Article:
Though I couldn’t confirm it, I believe Blanco’s Simeon Blessing the Christ Child is located in the CADECA chapel. Joseph, dressed in poncho and chullo (knitted hat with earflaps), carries two little birds to present as an offering for his son’s dedication. Mary, barefoot, is dressed in a red hooded shawl and a long blue skirt—the colors traditionally associated with Mary in the West—and has just laid down what I’m guessing might be an aguayo, the sling she uses to transport Jesus on her back. (Or perhaps it’s Simeon’s hat, which he removed in reverence?) As for Jesus, he is swaddled in colorful, patterned, homespun wool. When Mary passes the babe to Simeon, he is elated to receive into his arms salvation incarnate. He turns his eyes upward to God the Father, whose presence is suggested by a golden sun-face, whose rays shine forth also in the halo of the Son. The designs on these terminals, and around the border of the painting, are deeply influenced by traditional Andean art.

“A light for revelation to the Gentiles,” salvation prepared for “all peoples”—these phrases from the lectionary jingle in my ears as I meditate on Blanco’s painting.

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Here are the Artful Devotions for Candlemas from the previous two church year cycles:


This post belongs to the weekly series Artful Devotion. If you can’t view the music player in your email or RSS reader, try opening the post in your browser.

To view all the Revised Common Lectionary scripture readings for the feast of the Presentation of the Lord, cycle A, click here.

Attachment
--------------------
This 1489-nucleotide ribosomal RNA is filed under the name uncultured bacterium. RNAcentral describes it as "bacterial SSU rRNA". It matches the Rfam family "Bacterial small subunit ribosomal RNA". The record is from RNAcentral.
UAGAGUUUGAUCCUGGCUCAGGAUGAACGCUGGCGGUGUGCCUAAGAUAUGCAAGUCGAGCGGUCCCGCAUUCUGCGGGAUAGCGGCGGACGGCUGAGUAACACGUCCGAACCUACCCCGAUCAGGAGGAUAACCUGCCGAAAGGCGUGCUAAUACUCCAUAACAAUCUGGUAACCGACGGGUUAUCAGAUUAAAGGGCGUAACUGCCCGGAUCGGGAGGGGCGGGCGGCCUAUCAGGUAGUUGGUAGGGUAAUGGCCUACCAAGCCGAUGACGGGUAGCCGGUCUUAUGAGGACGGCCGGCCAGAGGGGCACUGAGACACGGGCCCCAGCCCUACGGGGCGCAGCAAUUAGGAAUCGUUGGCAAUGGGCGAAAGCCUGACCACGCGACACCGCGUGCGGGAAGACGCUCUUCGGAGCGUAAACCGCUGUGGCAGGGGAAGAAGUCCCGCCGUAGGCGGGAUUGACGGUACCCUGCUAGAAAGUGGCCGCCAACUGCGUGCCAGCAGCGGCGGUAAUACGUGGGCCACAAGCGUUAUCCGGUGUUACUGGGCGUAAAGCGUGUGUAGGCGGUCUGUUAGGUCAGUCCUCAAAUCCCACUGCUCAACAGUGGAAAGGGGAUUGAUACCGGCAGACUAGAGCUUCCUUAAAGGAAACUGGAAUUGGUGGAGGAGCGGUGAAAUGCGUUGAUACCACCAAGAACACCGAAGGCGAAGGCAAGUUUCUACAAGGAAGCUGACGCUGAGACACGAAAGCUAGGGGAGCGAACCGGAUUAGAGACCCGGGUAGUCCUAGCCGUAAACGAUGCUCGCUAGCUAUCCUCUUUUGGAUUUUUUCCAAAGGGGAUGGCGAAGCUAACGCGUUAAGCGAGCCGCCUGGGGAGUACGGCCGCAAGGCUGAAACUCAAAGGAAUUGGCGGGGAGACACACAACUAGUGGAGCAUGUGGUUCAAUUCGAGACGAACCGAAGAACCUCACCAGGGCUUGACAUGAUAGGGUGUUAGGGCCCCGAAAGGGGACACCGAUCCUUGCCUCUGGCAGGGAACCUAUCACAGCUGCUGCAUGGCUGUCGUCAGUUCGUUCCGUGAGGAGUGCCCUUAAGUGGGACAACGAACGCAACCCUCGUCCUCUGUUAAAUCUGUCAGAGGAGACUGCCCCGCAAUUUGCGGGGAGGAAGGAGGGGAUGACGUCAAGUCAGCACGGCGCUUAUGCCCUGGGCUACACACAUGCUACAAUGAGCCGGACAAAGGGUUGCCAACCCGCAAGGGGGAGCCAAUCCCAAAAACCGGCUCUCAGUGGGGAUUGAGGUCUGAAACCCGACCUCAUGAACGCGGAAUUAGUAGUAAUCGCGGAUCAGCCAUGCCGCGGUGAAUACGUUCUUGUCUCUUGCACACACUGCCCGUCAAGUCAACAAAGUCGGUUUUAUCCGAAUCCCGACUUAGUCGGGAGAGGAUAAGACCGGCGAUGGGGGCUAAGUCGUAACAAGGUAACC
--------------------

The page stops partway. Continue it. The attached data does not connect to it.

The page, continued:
Now I’ve Seen It All (Artful Devotion)

Simeon in the Temple by Rembrandt
Rembrandt van Rijn (Dutch, 1606–1669), Simeon in the Temple, 1669. Oil on canvas, 98.5 × 79.5 cm. Nationalmuseum, Stockholm, Sweden.

Candlemas, celebrated every year on February 2, commemorates the presentation of Jesus at the temple forty days after his birth, according to Jewish custom (Luke 2:22–40). While there, the Holy Family encountered Simeon, an elderly man, “righteous and devout,” who was “waiting for the consolation of Israel.” Though weak and tired with age, he was told by the Holy Spirit that he would not die before laying eyes on the messiah of his people, and he banked on that promise. When the Spirit led him to the temple that day, he beheld the baby Jesus and knew instantly that this was the One he had been waiting for—and not only him, but the whole world. He took the child in his arms and sang this canticle, known in church tradition as the “Nunc dimittis” (“Now you dismiss . . .”):

Lord, now you are letting your servant depart in peace,
according to your word;
for my eyes have seen your salvation
that you have prepared in the presence of all peoples,
a light for revelation to the Gentiles,
and for glory to your people Israel. (vv. 28–32)

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SONG: “Until My Dying Day Has Come” by Carl-Eric Tangen, from Incarnation Hymns (2008)

 

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Probably Rembrandt’s last painting, Simeon in the Temple was found unfinished on an easel in his studio when he died. It depicts this enlightening moment from Luke 2, in which Simeon recognizes the Christ and exults—quietly, gratefully—in his salvation. The woman in the shadows, thought to be a later addition by another’s hand, is probably the prophetess Anna, though some suppose her to be Mary.


This post belongs to the weekly series Artful Devotion. If you can’t view the music player in your email or RSS reader, try opening the post in your browser.

To view all the Revised Common Lectionary scripture readings for the feast of the Presentation of the Lord, cycle B, click here.